Grand Cote National Wildlife Refuge

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For the coastal region of Senegal, see Grande Côte.
Grand Cote National Wildlife Refuge
IUCN category IV (habitat/species management area)
Map showing the location of Grand Cote National Wildlife Refuge
Map showing the location of Grand Cote National Wildlife Refuge
Map of the United States
Location Avoyelles Parish, Louisiana
Nearest city Marksville, Louisiana
Coordinates 31°06′30″N 92°08′15″W / 31.10833°N 92.13750°W / 31.10833; -92.13750Coordinates: 31°06′30″N 92°08′15″W / 31.10833°N 92.13750°W / 31.10833; -92.13750
Area 6,077 acres (24.59 km²)
Established 1989
Governing body U.S. Fish and Wildlife Service
http://www.fws.gov/grandcote/

The Grand Cote National Wildlife Refuge (French: Réserve Naturelle Faunique Nationale du Grand- Côte) was established in 1989 as part of the North American Waterfowl Management Plan. It is a 6,000-acre (24 km2) reserve located in Avoyelles Parish, near Marksville, Louisiana, in the United States.

Natural history[edit]

Grand Cote National Wildlife Refuge was once part of the large contiguous Mississippi River bottomland hardwood forest. Topography of the refuge is characterized by a large depressional basin that fills with shallow water from winter rains and backwater flooding.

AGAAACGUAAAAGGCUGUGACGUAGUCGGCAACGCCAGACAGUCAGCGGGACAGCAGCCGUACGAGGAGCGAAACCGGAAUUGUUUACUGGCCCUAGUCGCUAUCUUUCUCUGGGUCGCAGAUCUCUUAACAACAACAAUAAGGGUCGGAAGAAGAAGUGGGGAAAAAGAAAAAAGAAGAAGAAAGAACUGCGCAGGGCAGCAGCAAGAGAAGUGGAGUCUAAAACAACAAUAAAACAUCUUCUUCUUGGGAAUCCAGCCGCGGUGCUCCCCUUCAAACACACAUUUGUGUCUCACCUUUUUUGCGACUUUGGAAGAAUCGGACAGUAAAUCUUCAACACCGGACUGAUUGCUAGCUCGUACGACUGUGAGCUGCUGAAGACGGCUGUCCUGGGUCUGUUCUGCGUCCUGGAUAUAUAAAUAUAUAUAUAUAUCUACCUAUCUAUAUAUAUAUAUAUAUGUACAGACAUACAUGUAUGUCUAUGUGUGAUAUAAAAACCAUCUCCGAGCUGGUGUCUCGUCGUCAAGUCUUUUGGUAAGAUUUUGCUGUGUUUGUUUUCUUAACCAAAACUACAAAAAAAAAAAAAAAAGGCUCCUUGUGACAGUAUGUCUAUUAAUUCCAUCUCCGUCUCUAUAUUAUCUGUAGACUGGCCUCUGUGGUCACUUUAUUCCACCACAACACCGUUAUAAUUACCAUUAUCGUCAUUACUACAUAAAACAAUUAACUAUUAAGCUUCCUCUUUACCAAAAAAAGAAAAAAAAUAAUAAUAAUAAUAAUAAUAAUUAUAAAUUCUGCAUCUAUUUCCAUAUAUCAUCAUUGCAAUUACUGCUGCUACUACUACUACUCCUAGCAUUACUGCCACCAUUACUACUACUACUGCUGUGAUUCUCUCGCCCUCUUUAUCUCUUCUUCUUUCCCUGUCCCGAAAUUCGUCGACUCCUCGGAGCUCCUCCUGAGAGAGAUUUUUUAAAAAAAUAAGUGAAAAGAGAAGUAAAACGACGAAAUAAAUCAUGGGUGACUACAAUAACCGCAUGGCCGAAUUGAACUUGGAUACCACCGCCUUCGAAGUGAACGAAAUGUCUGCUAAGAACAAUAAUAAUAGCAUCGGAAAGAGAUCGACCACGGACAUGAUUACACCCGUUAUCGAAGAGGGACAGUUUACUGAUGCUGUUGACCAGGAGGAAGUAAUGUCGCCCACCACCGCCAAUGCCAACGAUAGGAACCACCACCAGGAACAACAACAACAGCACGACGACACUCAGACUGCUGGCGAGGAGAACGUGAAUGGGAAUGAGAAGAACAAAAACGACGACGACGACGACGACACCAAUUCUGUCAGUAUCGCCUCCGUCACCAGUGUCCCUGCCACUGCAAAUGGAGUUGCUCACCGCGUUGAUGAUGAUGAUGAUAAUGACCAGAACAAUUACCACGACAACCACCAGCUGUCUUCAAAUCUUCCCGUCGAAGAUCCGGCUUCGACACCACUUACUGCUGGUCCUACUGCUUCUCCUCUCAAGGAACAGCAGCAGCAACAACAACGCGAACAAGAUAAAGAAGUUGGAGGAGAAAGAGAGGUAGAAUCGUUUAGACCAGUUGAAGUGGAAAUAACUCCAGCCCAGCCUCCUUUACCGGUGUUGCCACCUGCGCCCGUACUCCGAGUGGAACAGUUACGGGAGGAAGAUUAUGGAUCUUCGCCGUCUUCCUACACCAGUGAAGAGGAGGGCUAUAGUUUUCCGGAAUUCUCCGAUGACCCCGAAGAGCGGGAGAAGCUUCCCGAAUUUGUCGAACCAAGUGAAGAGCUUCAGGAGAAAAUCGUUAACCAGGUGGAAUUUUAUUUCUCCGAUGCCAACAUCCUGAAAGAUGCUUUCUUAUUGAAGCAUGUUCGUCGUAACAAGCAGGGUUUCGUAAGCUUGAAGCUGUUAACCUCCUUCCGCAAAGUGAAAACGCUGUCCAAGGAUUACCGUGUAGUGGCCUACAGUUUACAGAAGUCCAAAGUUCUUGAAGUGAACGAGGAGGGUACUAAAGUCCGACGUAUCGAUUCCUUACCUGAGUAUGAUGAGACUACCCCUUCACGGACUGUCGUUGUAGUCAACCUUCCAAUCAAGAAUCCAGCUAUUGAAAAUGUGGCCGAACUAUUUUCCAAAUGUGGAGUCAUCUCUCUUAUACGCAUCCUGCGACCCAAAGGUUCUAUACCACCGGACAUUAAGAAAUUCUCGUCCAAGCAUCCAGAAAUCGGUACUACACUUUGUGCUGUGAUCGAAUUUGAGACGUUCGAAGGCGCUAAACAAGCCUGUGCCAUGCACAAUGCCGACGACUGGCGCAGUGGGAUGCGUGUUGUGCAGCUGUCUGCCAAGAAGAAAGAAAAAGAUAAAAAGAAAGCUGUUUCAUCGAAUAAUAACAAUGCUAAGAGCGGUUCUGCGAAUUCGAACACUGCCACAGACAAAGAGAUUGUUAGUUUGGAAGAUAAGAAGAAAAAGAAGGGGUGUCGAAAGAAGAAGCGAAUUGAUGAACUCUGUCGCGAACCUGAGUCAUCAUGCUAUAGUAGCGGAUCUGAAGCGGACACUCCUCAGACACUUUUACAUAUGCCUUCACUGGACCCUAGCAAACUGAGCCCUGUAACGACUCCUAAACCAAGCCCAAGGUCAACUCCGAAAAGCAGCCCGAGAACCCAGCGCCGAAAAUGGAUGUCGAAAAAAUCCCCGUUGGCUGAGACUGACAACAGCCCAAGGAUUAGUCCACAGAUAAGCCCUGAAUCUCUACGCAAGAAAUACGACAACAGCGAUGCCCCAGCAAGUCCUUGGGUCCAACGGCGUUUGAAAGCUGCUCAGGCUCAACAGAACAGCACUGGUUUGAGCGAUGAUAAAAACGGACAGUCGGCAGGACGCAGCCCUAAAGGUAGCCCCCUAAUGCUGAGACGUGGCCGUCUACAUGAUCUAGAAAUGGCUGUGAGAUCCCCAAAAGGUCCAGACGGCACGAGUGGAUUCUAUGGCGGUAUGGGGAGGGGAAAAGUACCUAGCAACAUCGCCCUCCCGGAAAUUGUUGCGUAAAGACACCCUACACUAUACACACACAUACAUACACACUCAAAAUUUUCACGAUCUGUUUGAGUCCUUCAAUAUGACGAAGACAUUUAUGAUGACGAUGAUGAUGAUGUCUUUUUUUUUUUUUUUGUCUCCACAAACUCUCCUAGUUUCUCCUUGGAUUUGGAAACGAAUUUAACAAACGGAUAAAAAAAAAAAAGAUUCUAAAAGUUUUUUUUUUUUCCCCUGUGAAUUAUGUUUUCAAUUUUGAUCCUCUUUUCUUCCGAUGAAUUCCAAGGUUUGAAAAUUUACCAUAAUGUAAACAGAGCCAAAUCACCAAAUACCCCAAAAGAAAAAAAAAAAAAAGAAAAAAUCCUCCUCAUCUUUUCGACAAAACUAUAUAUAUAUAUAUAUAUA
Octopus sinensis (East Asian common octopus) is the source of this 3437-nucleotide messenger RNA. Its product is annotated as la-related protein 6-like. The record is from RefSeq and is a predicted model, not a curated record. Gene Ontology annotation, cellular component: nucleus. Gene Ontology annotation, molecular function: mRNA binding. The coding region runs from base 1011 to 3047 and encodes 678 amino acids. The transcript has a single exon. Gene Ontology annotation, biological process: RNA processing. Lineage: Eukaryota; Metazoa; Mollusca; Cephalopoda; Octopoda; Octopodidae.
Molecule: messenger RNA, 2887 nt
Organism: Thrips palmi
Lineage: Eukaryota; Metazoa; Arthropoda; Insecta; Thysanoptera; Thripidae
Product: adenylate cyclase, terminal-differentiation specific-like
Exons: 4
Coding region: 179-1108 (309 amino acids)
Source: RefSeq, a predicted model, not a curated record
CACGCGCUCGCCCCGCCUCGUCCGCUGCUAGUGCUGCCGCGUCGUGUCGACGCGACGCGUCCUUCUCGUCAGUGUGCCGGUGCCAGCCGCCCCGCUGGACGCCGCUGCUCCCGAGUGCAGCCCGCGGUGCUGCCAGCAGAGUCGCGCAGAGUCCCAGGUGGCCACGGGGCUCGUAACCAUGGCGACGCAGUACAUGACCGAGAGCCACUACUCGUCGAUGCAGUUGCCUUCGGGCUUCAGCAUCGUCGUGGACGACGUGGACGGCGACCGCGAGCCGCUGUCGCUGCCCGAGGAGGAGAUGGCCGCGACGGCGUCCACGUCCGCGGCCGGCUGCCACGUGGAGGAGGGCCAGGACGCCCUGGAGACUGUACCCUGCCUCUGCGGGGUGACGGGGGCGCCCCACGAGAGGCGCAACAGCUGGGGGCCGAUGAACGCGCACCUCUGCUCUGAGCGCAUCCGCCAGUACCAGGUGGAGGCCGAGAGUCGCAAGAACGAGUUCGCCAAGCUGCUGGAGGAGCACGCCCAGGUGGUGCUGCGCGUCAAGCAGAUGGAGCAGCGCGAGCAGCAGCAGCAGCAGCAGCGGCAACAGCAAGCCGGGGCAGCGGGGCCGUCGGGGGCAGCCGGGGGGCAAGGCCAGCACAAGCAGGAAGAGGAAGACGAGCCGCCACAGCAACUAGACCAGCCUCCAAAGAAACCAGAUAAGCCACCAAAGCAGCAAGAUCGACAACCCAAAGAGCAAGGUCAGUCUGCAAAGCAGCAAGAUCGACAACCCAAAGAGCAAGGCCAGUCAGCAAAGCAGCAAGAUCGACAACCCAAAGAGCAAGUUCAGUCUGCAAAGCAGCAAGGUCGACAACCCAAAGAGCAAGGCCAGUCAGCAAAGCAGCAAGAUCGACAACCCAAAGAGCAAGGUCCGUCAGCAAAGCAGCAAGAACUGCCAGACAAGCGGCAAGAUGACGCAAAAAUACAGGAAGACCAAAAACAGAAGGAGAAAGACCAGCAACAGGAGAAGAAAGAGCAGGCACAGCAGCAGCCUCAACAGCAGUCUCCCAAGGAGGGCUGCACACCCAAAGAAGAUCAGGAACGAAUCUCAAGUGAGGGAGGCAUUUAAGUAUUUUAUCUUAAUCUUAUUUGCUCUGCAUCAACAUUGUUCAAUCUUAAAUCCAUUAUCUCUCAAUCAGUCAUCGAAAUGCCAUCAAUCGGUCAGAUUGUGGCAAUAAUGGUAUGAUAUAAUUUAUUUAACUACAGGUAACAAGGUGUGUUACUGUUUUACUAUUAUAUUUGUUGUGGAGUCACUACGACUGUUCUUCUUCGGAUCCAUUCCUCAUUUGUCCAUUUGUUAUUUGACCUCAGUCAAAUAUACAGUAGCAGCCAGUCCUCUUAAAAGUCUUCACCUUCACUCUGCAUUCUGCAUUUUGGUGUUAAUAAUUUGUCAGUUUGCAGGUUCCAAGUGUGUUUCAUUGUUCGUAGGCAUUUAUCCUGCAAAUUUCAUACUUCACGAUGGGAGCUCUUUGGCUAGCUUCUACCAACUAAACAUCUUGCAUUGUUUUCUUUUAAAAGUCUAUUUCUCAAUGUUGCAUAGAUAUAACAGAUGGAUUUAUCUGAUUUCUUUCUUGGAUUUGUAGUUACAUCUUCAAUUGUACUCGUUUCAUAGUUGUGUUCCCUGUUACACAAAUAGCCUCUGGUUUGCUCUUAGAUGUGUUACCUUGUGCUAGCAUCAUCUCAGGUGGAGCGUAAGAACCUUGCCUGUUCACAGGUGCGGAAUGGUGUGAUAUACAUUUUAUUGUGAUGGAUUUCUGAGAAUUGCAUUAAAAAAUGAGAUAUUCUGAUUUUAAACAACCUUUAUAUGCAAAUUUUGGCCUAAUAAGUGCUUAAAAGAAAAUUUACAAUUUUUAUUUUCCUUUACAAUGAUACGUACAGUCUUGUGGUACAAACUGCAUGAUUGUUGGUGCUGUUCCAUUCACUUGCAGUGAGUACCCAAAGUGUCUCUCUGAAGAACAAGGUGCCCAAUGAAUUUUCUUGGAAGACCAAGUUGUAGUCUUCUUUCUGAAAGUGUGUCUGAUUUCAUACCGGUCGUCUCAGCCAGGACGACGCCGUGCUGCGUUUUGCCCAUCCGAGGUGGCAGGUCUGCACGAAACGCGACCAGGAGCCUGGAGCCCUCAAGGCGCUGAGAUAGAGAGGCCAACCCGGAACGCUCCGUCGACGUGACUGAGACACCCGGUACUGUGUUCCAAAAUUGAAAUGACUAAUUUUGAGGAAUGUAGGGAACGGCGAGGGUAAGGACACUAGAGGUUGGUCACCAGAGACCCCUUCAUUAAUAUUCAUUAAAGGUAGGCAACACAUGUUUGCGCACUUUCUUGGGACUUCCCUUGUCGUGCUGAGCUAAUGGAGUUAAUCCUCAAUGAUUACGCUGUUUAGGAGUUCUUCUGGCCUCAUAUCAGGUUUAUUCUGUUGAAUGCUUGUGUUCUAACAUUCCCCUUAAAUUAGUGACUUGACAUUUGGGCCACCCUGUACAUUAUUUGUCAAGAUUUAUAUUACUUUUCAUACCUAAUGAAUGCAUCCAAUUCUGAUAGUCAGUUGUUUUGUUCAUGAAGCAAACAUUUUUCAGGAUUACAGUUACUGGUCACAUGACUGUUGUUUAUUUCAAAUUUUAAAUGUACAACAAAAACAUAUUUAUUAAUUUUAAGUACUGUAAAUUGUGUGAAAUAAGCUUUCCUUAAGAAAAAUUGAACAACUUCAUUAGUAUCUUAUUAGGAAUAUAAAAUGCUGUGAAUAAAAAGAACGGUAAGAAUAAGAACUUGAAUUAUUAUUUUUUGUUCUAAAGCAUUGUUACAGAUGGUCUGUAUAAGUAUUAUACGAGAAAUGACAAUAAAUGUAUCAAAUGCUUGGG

During the 1970s, the area that would become Grand Cote Refuge was cleared and leveed for agricultural purposes. The area was poorly suited for farming, but provided ideal shallow flooded habitat preferred by many waterfowl and shorebird species.

Habitat management objectives are centered around providing shallow flooded habitats for waterfowl, shorebirds, and wading birds during August through March. A special emphasis is placed on providing shallow flooded rice; native moist soil plant fields preferred by northern pintails.

Habitat found on the refuge include: 420 acres (1.7 km2) forest, 2,485 acres (10.06 km2) reforestation, 2,040 acres (8.3 km2) cropland, 830 acres (3.4 km2) moist soil and 300 acres (1.2 km2) of permanent water.

Underlying soils are the typical poorly drained, nutrient-rich, clays associated with a large river floodplain. These soils are capable of supporting large numbers of resident and migratory wildlife.

See also[edit]

References[edit]

 This article incorporates public domain material from the United States Government document "Grand Cote National Wildlife Refuge, U.S. Fish and Wildlife Service".

External links[edit]